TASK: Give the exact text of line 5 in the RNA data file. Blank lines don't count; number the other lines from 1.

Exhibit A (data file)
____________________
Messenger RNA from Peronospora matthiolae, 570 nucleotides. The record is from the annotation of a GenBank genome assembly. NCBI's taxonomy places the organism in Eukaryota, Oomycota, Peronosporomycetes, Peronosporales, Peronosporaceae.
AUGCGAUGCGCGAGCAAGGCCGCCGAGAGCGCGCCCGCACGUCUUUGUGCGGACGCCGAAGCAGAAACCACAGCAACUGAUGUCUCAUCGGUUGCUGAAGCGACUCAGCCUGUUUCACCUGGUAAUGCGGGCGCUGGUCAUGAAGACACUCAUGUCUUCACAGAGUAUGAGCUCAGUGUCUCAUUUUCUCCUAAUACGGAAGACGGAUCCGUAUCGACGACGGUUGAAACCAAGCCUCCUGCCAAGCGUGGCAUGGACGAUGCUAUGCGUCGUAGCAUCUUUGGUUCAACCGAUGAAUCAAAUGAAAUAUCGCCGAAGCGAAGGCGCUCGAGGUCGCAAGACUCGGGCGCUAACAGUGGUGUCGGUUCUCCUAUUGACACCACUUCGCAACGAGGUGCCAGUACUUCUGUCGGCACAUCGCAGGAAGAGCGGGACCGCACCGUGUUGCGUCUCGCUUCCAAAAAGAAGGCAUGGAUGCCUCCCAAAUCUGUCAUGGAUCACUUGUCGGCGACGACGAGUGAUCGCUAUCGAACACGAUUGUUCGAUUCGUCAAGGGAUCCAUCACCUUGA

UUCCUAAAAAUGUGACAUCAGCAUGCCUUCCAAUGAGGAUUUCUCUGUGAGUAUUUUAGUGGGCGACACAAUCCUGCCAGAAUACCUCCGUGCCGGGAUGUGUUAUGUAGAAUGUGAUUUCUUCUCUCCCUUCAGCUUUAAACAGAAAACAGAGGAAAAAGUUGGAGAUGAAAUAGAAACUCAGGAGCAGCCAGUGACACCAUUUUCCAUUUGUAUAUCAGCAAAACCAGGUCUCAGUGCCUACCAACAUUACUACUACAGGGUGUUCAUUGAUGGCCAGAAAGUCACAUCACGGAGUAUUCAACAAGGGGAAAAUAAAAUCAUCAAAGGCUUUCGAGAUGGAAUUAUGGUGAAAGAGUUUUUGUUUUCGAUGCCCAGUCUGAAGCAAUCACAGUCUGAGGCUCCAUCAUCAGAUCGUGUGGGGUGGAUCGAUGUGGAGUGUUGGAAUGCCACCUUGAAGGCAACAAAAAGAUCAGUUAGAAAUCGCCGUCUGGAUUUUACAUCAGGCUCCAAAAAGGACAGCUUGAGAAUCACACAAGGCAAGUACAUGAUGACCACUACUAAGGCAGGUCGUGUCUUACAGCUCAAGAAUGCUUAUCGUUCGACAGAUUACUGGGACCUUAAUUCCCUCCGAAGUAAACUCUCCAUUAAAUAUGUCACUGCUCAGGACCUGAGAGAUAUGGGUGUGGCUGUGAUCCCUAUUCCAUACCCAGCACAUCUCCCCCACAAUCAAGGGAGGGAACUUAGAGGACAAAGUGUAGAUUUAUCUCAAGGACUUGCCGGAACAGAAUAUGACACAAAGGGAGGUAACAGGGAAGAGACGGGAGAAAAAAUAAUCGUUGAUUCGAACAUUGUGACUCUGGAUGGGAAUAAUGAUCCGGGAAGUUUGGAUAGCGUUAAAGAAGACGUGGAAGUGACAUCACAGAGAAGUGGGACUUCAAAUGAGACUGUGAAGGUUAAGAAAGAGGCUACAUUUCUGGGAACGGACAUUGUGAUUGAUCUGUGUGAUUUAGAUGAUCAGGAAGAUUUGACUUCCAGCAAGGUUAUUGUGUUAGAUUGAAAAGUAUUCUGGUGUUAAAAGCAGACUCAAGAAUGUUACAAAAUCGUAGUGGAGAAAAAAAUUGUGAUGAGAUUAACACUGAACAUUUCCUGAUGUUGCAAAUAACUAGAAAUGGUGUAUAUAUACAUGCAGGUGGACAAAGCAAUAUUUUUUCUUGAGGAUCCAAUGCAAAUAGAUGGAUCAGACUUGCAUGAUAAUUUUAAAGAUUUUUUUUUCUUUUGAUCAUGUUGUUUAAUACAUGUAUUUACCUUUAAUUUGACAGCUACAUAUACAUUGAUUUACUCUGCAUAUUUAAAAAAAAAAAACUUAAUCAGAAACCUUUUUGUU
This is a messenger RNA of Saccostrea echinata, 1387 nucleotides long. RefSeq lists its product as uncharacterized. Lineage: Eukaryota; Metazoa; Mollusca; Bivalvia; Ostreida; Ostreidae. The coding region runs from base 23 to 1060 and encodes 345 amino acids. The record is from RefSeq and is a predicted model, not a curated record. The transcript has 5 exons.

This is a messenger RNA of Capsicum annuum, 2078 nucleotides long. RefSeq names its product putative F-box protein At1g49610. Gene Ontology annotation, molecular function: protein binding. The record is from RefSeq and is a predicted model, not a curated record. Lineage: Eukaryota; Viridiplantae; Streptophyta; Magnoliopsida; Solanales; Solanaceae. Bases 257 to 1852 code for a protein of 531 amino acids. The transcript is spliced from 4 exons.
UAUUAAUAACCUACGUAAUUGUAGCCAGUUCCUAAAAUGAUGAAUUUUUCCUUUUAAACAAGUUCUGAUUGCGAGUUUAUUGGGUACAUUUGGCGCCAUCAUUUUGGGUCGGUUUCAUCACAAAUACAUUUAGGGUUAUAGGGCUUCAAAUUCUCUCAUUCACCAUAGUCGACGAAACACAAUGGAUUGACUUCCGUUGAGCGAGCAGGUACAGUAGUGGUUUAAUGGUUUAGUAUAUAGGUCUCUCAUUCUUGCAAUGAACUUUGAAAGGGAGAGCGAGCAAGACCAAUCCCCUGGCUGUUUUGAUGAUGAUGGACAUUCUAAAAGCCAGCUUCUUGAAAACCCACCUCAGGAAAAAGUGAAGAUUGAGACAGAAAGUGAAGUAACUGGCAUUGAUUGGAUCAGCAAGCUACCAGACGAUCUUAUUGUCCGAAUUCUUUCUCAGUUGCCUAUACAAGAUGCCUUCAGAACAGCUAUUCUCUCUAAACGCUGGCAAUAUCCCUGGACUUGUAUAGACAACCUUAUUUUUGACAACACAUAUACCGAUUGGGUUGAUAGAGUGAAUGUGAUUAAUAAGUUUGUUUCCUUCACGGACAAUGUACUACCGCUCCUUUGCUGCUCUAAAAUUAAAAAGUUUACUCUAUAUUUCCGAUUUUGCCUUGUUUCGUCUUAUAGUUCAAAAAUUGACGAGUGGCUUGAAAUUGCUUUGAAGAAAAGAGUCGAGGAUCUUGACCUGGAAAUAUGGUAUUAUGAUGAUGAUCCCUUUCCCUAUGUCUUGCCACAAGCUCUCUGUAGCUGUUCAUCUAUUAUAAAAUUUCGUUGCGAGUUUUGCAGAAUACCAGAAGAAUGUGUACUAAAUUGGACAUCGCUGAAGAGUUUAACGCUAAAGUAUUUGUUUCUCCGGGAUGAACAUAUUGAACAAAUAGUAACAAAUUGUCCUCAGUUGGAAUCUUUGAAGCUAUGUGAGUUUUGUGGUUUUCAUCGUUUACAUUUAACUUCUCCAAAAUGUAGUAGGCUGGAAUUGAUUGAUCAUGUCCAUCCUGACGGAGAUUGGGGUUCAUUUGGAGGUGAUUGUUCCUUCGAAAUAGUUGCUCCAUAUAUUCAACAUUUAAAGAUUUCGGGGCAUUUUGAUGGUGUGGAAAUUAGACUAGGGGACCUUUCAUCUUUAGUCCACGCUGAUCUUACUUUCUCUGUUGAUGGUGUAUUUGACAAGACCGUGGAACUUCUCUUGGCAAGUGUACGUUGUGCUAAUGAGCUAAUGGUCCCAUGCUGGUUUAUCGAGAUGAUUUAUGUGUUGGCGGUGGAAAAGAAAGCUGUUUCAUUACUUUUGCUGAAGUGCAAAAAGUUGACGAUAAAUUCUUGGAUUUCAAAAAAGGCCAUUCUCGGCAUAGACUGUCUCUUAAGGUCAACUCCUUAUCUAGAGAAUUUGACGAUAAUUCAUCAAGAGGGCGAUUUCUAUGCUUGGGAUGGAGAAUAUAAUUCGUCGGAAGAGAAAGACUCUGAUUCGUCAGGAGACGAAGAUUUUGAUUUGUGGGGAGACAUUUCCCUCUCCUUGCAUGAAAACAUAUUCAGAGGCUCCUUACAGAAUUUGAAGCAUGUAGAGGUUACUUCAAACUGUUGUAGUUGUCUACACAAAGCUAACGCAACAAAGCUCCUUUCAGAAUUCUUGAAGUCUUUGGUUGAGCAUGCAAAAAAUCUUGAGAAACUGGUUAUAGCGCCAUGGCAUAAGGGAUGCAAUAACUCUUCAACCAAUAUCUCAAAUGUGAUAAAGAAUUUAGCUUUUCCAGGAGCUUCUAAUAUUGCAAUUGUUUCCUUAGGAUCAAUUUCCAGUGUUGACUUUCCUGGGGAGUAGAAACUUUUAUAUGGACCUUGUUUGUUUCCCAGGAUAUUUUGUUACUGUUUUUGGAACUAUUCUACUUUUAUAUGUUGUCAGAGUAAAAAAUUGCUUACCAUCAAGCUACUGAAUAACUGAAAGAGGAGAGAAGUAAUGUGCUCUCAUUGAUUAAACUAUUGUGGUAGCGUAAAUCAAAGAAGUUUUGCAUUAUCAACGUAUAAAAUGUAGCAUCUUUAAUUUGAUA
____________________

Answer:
This is a messenger RNA of Capsicum annuum, 2078 nucleotides long. RefSeq names its product putative F-box protein At1g49610. Gene Ontology annotation, molecular function: protein binding. The record is from RefSeq and is a predicted model, not a curated record. Lineage: Eukaryota; Viridiplantae; Streptophyta; Magnoliopsida; Solanales; Solanaceae. Bases 257 to 1852 code for a protein of 531 amino acids. The transcript is spliced from 4 exons.